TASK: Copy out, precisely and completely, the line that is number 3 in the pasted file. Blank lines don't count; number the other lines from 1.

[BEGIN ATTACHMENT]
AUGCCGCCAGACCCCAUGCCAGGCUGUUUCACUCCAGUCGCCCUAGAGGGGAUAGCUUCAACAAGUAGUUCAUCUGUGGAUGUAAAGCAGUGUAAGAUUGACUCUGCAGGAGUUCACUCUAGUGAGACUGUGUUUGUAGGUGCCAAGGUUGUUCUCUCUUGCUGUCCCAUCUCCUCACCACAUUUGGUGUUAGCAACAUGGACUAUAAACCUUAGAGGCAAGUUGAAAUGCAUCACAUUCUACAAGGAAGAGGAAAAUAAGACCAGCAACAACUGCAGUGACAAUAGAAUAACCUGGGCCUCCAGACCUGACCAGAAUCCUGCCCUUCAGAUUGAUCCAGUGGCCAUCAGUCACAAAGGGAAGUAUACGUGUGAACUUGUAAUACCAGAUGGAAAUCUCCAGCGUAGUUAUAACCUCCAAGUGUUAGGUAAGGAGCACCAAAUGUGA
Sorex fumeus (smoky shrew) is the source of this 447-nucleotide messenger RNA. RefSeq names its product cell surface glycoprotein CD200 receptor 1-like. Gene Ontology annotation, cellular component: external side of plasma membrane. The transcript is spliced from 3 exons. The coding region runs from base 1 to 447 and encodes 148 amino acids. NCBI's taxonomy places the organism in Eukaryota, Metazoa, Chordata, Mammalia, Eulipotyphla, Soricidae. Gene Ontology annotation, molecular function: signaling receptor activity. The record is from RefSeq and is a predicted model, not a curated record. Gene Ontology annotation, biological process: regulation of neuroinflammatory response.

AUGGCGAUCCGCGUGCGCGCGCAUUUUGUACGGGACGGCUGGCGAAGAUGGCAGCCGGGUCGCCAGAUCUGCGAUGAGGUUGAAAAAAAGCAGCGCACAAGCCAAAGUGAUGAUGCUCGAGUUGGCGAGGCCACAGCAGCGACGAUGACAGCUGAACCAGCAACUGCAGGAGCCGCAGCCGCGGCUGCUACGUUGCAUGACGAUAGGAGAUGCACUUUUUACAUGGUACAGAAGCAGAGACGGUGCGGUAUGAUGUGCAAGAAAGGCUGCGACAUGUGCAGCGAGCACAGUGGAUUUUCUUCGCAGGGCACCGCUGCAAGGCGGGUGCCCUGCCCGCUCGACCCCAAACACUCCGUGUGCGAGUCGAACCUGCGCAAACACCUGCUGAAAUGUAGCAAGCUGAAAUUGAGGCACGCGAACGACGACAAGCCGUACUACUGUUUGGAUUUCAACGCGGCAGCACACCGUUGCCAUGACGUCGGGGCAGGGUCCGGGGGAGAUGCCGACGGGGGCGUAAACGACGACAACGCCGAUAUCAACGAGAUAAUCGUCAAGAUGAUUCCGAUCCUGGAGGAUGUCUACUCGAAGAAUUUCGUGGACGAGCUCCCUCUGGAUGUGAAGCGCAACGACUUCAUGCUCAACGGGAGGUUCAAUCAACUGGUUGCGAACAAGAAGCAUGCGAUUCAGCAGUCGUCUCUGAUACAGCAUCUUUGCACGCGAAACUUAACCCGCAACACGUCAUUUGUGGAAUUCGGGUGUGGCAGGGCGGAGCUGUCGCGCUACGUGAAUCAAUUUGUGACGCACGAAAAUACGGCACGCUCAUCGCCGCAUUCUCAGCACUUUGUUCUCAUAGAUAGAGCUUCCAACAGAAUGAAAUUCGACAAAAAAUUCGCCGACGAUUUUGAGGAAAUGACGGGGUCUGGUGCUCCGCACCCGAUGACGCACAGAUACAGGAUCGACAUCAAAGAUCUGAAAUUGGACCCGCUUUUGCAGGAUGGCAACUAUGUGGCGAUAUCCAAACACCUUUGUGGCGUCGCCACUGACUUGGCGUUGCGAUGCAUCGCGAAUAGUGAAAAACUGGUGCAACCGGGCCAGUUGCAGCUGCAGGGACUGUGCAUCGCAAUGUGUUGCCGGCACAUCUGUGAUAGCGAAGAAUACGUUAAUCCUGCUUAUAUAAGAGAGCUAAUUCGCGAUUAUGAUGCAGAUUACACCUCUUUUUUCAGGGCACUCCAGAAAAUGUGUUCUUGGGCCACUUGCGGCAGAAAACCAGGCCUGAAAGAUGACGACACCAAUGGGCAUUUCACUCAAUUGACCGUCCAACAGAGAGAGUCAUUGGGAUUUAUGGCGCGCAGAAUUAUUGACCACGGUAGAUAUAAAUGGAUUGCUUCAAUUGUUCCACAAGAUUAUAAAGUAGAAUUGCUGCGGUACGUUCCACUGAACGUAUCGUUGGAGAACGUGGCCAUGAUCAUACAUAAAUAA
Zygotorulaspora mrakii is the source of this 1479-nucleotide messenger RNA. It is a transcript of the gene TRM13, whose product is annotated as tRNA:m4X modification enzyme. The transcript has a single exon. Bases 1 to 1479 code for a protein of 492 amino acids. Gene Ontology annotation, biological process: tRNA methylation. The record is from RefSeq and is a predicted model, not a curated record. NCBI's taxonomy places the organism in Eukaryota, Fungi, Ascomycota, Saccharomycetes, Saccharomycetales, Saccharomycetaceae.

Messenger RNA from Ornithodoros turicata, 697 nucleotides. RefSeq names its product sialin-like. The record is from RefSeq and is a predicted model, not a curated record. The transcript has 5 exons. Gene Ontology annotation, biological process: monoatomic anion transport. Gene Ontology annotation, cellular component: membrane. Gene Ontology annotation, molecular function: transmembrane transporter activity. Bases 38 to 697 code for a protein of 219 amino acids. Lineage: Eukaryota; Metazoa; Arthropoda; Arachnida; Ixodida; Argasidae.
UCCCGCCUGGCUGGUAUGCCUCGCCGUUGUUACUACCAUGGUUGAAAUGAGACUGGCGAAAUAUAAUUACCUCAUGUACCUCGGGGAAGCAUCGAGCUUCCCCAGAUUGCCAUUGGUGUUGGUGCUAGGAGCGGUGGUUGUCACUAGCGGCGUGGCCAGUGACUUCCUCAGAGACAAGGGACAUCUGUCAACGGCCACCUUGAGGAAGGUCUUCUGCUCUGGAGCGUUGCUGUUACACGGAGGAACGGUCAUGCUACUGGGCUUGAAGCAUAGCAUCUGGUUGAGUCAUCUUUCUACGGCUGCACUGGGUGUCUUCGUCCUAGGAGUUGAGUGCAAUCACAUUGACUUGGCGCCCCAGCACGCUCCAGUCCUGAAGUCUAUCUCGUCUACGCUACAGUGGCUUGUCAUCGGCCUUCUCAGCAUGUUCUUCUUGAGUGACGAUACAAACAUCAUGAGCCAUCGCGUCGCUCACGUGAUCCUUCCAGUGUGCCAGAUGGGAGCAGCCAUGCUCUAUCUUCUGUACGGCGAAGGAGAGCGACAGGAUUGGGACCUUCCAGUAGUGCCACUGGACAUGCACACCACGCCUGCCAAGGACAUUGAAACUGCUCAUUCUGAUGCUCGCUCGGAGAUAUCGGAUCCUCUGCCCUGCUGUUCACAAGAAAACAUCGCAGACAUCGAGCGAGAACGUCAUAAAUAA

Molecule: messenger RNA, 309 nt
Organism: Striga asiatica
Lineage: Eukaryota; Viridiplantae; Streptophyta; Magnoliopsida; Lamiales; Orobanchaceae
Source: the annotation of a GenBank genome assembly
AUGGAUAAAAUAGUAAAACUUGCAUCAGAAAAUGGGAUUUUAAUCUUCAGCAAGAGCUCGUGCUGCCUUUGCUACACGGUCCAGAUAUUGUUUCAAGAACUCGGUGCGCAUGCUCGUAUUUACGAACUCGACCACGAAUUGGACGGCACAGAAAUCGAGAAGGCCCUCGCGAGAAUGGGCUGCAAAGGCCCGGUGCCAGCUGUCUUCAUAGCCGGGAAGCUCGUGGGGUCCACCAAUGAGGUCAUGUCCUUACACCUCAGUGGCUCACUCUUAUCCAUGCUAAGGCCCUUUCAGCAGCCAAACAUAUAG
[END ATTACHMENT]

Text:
AUGGCGAUCCGCGUGCGCGCGCAUUUUGUACGGGACGGCUGGCGAAGAUGGCAGCCGGGUCGCCAGAUCUGCGAUGAGGUUGAAAAAAAGCAGCGCACAAGCCAAAGUGAUGAUGCUCGAGUUGGCGAGGCCACAGCAGCGACGAUGACAGCUGAACCAGCAACUGCAGGAGCCGCAGCCGCGGCUGCUACGUUGCAUGACGAUAGGAGAUGCACUUUUUACAUGGUACAGAAGCAGAGACGGUGCGGUAUGAUGUGCAAGAAAGGCUGCGACAUGUGCAGCGAGCACAGUGGAUUUUCUUCGCAGGGCACCGCUGCAAGGCGGGUGCCCUGCCCGCUCGACCCCAAACACUCCGUGUGCGAGUCGAACCUGCGCAAACACCUGCUGAAAUGUAGCAAGCUGAAAUUGAGGCACGCGAACGACGACAAGCCGUACUACUGUUUGGAUUUCAACGCGGCAGCACACCGUUGCCAUGACGUCGGGGCAGGGUCCGGGGGAGAUGCCGACGGGGGCGUAAACGACGACAACGCCGAUAUCAACGAGAUAAUCGUCAAGAUGAUUCCGAUCCUGGAGGAUGUCUACUCGAAGAAUUUCGUGGACGAGCUCCCUCUGGAUGUGAAGCGCAACGACUUCAUGCUCAACGGGAGGUUCAAUCAACUGGUUGCGAACAAGAAGCAUGCGAUUCAGCAGUCGUCUCUGAUACAGCAUCUUUGCACGCGAAACUUAACCCGCAACACGUCAUUUGUGGAAUUCGGGUGUGGCAGGGCGGAGCUGUCGCGCUACGUGAAUCAAUUUGUGACGCACGAAAAUACGGCACGCUCAUCGCCGCAUUCUCAGCACUUUGUUCUCAUAGAUAGAGCUUCCAACAGAAUGAAAUUCGACAAAAAAUUCGCCGACGAUUUUGAGGAAAUGACGGGGUCUGGUGCUCCGCACCCGAUGACGCACAGAUACAGGAUCGACAUCAAAGAUCUGAAAUUGGACCCGCUUUUGCAGGAUGGCAACUAUGUGGCGAUAUCCAAACACCUUUGUGGCGUCGCCACUGACUUGGCGUUGCGAUGCAUCGCGAAUAGUGAAAAACUGGUGCAACCGGGCCAGUUGCAGCUGCAGGGACUGUGCAUCGCAAUGUGUUGCCGGCACAUCUGUGAUAGCGAAGAAUACGUUAAUCCUGCUUAUAUAAGAGAGCUAAUUCGCGAUUAUGAUGCAGAUUACACCUCUUUUUUCAGGGCACUCCAGAAAAUGUGUUCUUGGGCCACUUGCGGCAGAAAACCAGGCCUGAAAGAUGACGACACCAAUGGGCAUUUCACUCAAUUGACCGUCCAACAGAGAGAGUCAUUGGGAUUUAUGGCGCGCAGAAUUAUUGACCACGGUAGAUAUAAAUGGAUUGCUUCAAUUGUUCCACAAGAUUAUAAAGUAGAAUUGCUGCGGUACGUUCCACUGAACGUAUCGUUGGAGAACGUGGCCAUGAUCAUACAUAAAUAA